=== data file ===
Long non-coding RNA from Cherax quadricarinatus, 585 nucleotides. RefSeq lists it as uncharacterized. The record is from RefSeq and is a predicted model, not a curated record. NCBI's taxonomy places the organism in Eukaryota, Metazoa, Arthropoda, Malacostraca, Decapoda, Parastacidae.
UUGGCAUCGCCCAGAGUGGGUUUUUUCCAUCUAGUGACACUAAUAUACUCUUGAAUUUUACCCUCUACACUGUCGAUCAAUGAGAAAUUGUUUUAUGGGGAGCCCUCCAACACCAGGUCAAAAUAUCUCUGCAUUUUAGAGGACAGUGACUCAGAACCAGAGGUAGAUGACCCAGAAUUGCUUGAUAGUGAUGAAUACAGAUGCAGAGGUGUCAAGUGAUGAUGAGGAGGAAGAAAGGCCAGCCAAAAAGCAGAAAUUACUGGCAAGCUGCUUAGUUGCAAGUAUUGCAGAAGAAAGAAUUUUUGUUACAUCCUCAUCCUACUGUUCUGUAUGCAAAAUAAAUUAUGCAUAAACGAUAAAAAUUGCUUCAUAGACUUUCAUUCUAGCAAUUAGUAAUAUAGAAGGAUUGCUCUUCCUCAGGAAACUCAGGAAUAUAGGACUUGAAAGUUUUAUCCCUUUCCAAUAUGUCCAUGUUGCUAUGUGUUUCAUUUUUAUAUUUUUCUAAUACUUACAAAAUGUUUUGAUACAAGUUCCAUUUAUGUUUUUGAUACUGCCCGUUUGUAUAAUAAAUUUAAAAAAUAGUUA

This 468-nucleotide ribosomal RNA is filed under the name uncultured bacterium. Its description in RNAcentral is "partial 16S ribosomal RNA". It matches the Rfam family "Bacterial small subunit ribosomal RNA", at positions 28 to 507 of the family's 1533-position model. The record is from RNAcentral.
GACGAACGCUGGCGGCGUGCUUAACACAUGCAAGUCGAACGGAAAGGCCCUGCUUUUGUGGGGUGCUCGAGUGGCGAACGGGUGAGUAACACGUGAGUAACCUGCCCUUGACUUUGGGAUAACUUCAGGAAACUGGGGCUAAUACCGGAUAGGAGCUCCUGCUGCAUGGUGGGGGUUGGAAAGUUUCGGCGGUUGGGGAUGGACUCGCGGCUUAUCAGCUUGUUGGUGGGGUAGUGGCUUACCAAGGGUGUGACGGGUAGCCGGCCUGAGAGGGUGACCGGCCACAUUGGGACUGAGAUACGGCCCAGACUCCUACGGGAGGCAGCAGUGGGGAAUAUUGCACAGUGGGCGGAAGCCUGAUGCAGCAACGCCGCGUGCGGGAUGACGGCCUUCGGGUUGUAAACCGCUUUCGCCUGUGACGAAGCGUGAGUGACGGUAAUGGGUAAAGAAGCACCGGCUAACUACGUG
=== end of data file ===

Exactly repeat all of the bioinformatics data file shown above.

Long non-coding RNA from Cherax quadricarinatus, 585 nucleotides. RefSeq lists it as uncharacterized. The record is from RefSeq and is a predicted model, not a curated record. NCBI's taxonomy places the organism in Eukaryota, Metazoa, Arthropoda, Malacostraca, Decapoda, Parastacidae.
UUGGCAUCGCCCAGAGUGGGUUUUUUCCAUCUAGUGACACUAAUAUACUCUUGAAUUUUACCCUCUACACUGUCGAUCAAUGAGAAAUUGUUUUAUGGGGAGCCCUCCAACACCAGGUCAAAAUAUCUCUGCAUUUUAGAGGACAGUGACUCAGAACCAGAGGUAGAUGACCCAGAAUUGCUUGAUAGUGAUGAAUACAGAUGCAGAGGUGUCAAGUGAUGAUGAGGAGGAAGAAAGGCCAGCCAAAAAGCAGAAAUUACUGGCAAGCUGCUUAGUUGCAAGUAUUGCAGAAGAAAGAAUUUUUGUUACAUCCUCAUCCUACUGUUCUGUAUGCAAAAUAAAUUAUGCAUAAACGAUAAAAAUUGCUUCAUAGACUUUCAUUCUAGCAAUUAGUAAUAUAGAAGGAUUGCUCUUCCUCAGGAAACUCAGGAAUAUAGGACUUGAAAGUUUUAUCCCUUUCCAAUAUGUCCAUGUUGCUAUGUGUUUCAUUUUUAUAUUUUUCUAAUACUUACAAAAUGUUUUGAUACAAGUUCCAUUUAUGUUUUUGAUACUGCCCGUUUGUAUAAUAAAUUUAAAAAAUAGUUA

This 468-nucleotide ribosomal RNA is filed under the name uncultured bacterium. Its description in RNAcentral is "partial 16S ribosomal RNA". It matches the Rfam family "Bacterial small subunit ribosomal RNA", at positions 28 to 507 of the family's 1533-position model. The record is from RNAcentral.
GACGAACGCUGGCGGCGUGCUUAACACAUGCAAGUCGAACGGAAAGGCCCUGCUUUUGUGGGGUGCUCGAGUGGCGAACGGGUGAGUAACACGUGAGUAACCUGCCCUUGACUUUGGGAUAACUUCAGGAAACUGGGGCUAAUACCGGAUAGGAGCUCCUGCUGCAUGGUGGGGGUUGGAAAGUUUCGGCGGUUGGGGAUGGACUCGCGGCUUAUCAGCUUGUUGGUGGGGUAGUGGCUUACCAAGGGUGUGACGGGUAGCCGGCCUGAGAGGGUGACCGGCCACAUUGGGACUGAGAUACGGCCCAGACUCCUACGGGAGGCAGCAGUGGGGAAUAUUGCACAGUGGGCGGAAGCCUGAUGCAGCAACGCCGCGUGCGGGAUGACGGCCUUCGGGUUGUAAACCGCUUUCGCCUGUGACGAAGCGUGAGUGACGGUAAUGGGUAAAGAAGCACCGGCUAACUACGUG